Tiger Woods’ Rehabilitation and Prognosis

Tiger Woods’ March 2014 microdiscectomy (back surgery), what it was, what could have cause it, what next?

The thick long, vertical strap muscles which keep our spines erect against the forward pull of gravity, and which have given homo sapiens the ability to evolve to an upright bipedal posture, are the erector spinae (ES) group, which have a direction of action which pulls the posterior spine downwards.
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Certain positions of the spine, such as when one bends forward, require the ES group of muscles to contract even more forcefully to keep one upright. As they do so, they put compressive loads on the spongy ‘discs’ which lie between the bony vertebrae of the spine. Maximum loads are imposed lower down in the spine – the lumbar spine – which must bear the weight of the entire upper body.

The discs are ‘shock absorbers’, and are made up of a softer inner portion – the ‘nucleus pulposus’ and a tougher outer area – the ‘annulus fibrosus’. Healthy disc pictured below:
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The long-term effect of bending or bending-plus-twisting – especially at great speed – such as during the golf downswing, is that sometimes the tough ‘annulus’ layer can get weakened and have tears/fissures in it, into which the inner gel-like ‘nucleus’ can ooze – ‘protrude’.

When material from the nucleus leaks into the annulus, there is said to be a disc ‘herniation’ (in lay, but incorrect terms, a ‘slipped disc’) which can range from the minimal version (‘protrusion’) to an ‘extrusion’ or even ‘sequestration’. (See pic. below)
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The typical direction of forces acting on a disc result in a backwardly directed herniation, that is, one which extends into the already small spinal canal which is 1 cm to 1.5 cm in diameter. As the spinal canal is so small and everything inside it a snug fit, even a small protrusion can pinch a nerve or a nerve root, causing pain not only in the area of the ‘pinch’ but also, sometimes, radiating down the entire leg.

One of the last options (after conservative physiotherapy and injections) is a microdiscectomy, in which a small part of the bulging disc is removed to ease the pressure on the nerve being ‘pinched’.

A very informative youtube video on the subject, by Dr. P. R Jeffords, states that outcome prognosis post-operation is very good. However, 15-20% people continue to have back pain and 5-10% can have re-herniation.
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So, has Tiger’s coach Sean Foley had him make any swing changes, post-surgery, to prevent future injury to the currently well-healed back?

 It is very obvious the backswing has been shortened, and been made even more compact (no side-to-side movement). The hands, as a result, seem rather ‘blocked’, coming across the ball much as a ping-pong bat would be moved when one intends to put right-side-spin on the ball!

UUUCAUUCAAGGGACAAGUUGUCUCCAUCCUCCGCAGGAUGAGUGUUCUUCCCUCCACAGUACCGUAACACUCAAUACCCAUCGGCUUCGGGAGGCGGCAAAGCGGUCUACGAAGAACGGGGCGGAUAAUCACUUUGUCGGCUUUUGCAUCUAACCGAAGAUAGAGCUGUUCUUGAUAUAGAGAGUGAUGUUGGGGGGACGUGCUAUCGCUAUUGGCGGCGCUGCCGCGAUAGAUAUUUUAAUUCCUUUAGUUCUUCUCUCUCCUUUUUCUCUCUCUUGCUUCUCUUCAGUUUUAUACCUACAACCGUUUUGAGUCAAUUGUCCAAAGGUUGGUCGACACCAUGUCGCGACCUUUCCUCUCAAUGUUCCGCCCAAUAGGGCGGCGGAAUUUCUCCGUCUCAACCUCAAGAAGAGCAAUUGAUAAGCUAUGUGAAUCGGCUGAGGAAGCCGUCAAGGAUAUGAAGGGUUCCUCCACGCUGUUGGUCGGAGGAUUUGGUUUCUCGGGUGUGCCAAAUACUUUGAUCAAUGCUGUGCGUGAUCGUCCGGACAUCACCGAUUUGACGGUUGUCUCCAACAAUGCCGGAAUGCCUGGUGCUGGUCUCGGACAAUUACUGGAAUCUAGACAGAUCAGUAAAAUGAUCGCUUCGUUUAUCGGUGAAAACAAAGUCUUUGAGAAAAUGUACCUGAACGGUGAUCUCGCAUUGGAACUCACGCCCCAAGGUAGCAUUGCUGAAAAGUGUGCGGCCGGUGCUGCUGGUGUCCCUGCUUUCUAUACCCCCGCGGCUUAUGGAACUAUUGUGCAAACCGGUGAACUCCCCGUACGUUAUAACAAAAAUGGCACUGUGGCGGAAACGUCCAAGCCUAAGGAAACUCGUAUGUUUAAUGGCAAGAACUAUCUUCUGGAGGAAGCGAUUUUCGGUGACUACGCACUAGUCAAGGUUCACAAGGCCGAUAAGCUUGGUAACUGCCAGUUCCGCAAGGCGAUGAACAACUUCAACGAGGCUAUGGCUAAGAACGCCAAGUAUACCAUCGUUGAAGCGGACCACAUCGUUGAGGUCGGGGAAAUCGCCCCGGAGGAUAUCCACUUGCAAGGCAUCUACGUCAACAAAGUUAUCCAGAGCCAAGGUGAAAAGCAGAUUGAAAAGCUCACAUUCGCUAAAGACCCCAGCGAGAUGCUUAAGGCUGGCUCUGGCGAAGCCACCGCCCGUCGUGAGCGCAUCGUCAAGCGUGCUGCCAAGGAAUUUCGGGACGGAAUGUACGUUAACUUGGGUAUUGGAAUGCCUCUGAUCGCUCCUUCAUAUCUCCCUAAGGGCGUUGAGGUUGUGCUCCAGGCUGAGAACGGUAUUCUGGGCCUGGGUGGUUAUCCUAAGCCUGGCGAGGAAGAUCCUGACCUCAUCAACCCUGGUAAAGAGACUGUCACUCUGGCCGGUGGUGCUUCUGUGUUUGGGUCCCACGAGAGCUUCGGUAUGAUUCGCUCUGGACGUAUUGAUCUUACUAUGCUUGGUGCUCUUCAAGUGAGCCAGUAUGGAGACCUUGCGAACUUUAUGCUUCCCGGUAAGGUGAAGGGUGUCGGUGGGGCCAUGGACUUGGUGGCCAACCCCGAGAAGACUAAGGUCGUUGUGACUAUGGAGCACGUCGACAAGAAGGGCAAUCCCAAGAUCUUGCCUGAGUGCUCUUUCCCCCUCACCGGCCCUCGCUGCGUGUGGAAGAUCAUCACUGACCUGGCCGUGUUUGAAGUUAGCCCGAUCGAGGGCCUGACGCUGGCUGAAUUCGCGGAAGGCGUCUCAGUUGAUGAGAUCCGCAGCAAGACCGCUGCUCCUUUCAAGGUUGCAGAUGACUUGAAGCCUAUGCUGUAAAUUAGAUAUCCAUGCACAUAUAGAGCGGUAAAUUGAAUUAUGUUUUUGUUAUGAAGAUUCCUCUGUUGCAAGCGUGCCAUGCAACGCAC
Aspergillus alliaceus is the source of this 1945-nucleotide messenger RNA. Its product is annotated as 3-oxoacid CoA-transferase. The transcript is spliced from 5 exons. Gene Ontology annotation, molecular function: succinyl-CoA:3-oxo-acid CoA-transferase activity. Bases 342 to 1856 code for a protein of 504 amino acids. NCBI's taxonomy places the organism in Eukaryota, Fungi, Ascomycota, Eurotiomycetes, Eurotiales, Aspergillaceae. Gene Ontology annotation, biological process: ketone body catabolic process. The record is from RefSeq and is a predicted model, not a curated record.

An anatomical perspective of Tiger’s new motion(s) post his first event post-surgery below.

[Sir Nick Faldo got in a small dig by commenting that Tiger himself had said his swings might be rusty but that he’d got in a lot of short-game practice so why should that have failed too!]

The Full Swing:
The set-up: This amount of forward flexion at address, excessive though it is, might not cause disc herniation, but certainly does not help relieve low-back pain. Moreover, it is so redundant. Forward flexion of the spine prevents the abdominal muscles from rotating and  forward flexion of the knees prevents the gluteal muscles of the hips from rotating, and both are required during the downswing to aid both the production of swing speed and straight direction.
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The backswing: This new Nike shirt is perfect to see spinal movement. One can see clearly that the cervical, thoracic and lumbar parts of the spine are working at cross purposes, putting much greater stress and strain on the vertebrae, besides making it difficult to re-align them all for a good downswing.
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The new full-swing sequence: Other than a very slight ‘lag’ of the left wrist during early takeaway (which merely serves to keep the left arm making a low movement (adduction), which, in turn, reduces ‘combined-arm’ width at the top), the entire backswing is a pure left-trunk lateral flexion. The arm movement to the top is short, and combined with the totally ‘close-packed’ position of the right hip, all Tiger can do to start his downswing (as his arms cannot drop down with gravity nor his hips start with an unwinding rotation) is make a squat-like movement, lowering body level, then raising it up again in time      for impact.